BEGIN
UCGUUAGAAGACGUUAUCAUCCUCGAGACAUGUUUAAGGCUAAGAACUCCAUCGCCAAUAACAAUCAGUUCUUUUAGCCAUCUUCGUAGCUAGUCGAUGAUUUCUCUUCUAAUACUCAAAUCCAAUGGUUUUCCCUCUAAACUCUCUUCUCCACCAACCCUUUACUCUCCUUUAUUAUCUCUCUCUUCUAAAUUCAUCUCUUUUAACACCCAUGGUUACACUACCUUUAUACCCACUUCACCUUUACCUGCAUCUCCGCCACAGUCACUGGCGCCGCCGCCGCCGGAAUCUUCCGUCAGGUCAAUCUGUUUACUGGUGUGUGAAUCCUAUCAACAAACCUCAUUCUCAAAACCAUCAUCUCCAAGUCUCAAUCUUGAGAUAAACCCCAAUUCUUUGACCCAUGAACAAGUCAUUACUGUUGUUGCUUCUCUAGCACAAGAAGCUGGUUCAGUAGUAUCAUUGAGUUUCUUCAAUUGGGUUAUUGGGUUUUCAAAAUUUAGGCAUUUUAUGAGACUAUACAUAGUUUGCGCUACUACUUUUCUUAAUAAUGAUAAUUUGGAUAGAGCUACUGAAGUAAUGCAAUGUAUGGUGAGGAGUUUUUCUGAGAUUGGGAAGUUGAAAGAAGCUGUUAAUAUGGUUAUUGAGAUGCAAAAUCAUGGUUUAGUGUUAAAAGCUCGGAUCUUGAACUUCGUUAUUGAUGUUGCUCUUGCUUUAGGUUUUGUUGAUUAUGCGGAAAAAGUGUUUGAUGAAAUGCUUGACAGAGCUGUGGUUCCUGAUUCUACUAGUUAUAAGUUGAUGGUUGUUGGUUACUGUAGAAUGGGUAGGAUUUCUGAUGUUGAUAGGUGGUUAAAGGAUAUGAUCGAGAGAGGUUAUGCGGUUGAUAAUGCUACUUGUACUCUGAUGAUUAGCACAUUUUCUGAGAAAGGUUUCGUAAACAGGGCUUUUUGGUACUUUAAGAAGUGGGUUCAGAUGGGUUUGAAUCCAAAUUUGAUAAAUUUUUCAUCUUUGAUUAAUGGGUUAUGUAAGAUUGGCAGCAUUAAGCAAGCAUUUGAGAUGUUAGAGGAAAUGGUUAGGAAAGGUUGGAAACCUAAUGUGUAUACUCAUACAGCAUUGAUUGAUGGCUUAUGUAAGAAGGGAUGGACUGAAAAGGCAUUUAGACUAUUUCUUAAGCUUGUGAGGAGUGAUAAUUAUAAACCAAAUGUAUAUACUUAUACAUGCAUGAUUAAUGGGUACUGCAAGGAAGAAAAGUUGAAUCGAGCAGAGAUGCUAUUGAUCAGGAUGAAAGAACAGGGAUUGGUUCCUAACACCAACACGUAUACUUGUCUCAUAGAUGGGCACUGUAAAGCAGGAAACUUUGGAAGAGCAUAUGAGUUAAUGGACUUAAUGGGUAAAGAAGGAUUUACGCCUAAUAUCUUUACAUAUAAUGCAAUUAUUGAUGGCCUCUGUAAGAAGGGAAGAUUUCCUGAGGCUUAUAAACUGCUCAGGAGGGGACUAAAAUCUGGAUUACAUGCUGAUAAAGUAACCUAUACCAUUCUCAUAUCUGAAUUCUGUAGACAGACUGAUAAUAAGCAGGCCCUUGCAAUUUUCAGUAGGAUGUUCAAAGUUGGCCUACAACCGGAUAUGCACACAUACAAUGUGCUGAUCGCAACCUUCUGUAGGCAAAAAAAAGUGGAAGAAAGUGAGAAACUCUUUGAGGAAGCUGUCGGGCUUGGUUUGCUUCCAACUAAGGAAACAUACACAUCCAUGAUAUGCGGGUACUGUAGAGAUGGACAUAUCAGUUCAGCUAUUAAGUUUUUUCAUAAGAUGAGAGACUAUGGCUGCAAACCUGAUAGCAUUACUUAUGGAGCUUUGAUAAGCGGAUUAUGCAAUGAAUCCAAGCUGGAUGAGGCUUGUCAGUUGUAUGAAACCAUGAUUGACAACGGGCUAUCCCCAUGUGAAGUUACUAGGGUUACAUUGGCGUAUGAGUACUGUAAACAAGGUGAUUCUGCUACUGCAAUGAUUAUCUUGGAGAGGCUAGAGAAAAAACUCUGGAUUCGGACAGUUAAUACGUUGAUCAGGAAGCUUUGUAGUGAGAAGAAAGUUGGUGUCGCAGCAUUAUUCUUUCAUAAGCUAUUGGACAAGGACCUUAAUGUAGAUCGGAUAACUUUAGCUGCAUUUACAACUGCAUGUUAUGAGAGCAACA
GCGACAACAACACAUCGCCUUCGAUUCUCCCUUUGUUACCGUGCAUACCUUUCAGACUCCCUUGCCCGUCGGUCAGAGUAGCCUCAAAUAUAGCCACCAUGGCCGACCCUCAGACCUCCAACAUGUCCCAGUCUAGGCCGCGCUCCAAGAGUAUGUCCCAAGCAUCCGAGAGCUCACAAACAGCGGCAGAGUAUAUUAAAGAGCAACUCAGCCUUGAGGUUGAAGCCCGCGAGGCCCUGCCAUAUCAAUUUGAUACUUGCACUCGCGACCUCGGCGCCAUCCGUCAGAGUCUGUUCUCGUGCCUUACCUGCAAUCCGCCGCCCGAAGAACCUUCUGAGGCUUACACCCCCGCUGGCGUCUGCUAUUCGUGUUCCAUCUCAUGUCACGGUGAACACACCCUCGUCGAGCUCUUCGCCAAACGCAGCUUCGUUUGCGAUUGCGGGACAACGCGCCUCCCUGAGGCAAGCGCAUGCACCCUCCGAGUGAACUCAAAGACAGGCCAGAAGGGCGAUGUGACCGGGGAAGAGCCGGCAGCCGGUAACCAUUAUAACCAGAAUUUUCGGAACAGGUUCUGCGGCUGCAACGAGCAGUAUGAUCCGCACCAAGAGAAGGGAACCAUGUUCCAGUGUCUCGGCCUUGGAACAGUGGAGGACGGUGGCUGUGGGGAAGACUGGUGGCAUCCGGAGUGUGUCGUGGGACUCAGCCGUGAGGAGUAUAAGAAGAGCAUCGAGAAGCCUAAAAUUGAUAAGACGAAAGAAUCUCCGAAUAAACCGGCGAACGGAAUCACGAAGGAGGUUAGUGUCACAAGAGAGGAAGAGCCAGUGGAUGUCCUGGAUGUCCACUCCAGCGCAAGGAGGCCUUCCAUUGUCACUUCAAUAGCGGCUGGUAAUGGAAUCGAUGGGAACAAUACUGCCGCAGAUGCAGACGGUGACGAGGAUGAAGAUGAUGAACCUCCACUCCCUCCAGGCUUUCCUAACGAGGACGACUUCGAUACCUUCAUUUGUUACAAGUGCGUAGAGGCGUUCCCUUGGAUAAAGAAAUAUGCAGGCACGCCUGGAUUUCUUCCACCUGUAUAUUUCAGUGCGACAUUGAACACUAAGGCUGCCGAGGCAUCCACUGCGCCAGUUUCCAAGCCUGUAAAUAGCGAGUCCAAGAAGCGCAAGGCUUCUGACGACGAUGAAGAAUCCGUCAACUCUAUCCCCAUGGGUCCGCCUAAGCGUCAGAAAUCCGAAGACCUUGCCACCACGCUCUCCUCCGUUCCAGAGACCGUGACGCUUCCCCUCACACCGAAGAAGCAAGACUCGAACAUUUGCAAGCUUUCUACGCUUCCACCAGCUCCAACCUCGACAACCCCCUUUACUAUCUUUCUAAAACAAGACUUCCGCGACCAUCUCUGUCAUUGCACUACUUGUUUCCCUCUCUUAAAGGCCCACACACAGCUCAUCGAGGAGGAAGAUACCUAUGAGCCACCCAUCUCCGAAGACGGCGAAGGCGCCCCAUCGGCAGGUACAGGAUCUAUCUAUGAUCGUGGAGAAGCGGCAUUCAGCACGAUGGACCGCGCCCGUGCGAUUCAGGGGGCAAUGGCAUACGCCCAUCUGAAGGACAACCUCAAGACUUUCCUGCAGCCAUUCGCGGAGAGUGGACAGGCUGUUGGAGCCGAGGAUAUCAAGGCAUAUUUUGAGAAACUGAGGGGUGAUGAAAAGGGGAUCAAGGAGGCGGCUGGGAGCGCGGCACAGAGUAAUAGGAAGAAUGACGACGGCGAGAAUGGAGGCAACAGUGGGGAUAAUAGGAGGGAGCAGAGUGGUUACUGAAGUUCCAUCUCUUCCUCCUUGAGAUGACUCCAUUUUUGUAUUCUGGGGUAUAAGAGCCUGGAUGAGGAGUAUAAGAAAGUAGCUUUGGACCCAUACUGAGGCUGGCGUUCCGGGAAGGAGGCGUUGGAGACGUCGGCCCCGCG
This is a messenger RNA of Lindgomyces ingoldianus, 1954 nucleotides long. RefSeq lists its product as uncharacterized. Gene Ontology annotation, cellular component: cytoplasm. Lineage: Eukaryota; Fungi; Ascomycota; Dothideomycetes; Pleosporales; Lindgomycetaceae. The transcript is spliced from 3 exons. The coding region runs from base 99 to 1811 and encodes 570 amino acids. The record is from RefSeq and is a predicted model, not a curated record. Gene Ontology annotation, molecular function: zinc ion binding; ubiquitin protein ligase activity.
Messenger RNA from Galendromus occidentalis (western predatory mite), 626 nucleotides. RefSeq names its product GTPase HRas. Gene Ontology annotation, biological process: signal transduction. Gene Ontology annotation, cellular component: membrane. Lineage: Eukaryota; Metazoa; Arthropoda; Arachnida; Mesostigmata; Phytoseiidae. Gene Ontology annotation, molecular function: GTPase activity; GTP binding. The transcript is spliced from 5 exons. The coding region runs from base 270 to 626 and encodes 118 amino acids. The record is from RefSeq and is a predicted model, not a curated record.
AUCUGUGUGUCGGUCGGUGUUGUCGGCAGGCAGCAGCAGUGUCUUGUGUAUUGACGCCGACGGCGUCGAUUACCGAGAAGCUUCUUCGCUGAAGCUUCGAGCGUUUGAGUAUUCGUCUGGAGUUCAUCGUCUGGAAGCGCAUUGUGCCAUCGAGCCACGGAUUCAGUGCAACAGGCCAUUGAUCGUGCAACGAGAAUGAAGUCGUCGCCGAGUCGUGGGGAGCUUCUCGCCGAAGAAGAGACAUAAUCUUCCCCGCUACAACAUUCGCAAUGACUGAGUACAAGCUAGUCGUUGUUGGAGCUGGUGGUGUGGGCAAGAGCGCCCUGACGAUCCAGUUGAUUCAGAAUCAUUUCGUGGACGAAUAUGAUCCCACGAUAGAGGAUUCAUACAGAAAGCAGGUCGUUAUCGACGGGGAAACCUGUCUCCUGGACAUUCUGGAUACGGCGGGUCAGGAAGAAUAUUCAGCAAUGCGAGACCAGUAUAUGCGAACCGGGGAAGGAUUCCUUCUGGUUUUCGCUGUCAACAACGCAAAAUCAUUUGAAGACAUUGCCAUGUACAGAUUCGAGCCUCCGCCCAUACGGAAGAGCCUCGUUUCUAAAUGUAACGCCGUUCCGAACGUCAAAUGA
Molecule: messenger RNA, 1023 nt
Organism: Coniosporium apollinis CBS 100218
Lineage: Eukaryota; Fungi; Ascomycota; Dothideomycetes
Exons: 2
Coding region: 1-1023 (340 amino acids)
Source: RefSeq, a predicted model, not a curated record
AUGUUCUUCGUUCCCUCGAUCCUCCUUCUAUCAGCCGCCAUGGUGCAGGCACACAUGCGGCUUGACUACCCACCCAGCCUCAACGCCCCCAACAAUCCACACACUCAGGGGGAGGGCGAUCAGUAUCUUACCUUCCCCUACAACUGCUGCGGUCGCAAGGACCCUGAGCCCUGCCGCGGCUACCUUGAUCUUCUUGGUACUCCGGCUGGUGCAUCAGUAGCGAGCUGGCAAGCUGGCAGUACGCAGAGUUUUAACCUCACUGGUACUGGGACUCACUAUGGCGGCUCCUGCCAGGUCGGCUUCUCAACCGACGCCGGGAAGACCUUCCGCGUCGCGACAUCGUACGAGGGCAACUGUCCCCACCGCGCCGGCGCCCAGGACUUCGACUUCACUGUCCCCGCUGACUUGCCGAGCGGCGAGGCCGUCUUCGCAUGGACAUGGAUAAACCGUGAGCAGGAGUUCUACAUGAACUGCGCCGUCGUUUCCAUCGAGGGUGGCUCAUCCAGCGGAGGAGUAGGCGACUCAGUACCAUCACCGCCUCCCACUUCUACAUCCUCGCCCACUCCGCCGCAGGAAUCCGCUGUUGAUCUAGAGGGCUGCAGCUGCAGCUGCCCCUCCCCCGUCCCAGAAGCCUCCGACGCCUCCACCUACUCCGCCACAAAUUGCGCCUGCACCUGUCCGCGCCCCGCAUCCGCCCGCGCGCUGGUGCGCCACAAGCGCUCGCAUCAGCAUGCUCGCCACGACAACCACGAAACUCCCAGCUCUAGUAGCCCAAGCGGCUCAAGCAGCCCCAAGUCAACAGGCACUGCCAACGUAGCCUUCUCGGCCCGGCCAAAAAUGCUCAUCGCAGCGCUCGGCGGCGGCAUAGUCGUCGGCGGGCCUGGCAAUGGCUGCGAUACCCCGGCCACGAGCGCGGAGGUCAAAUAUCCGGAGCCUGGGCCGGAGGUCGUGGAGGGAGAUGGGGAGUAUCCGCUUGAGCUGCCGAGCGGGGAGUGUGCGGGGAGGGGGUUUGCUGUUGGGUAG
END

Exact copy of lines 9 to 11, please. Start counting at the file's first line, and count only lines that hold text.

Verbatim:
Exons: 2
Coding region: 1-1023 (340 amino acids)
Source: RefSeq, a predicted model, not a curated record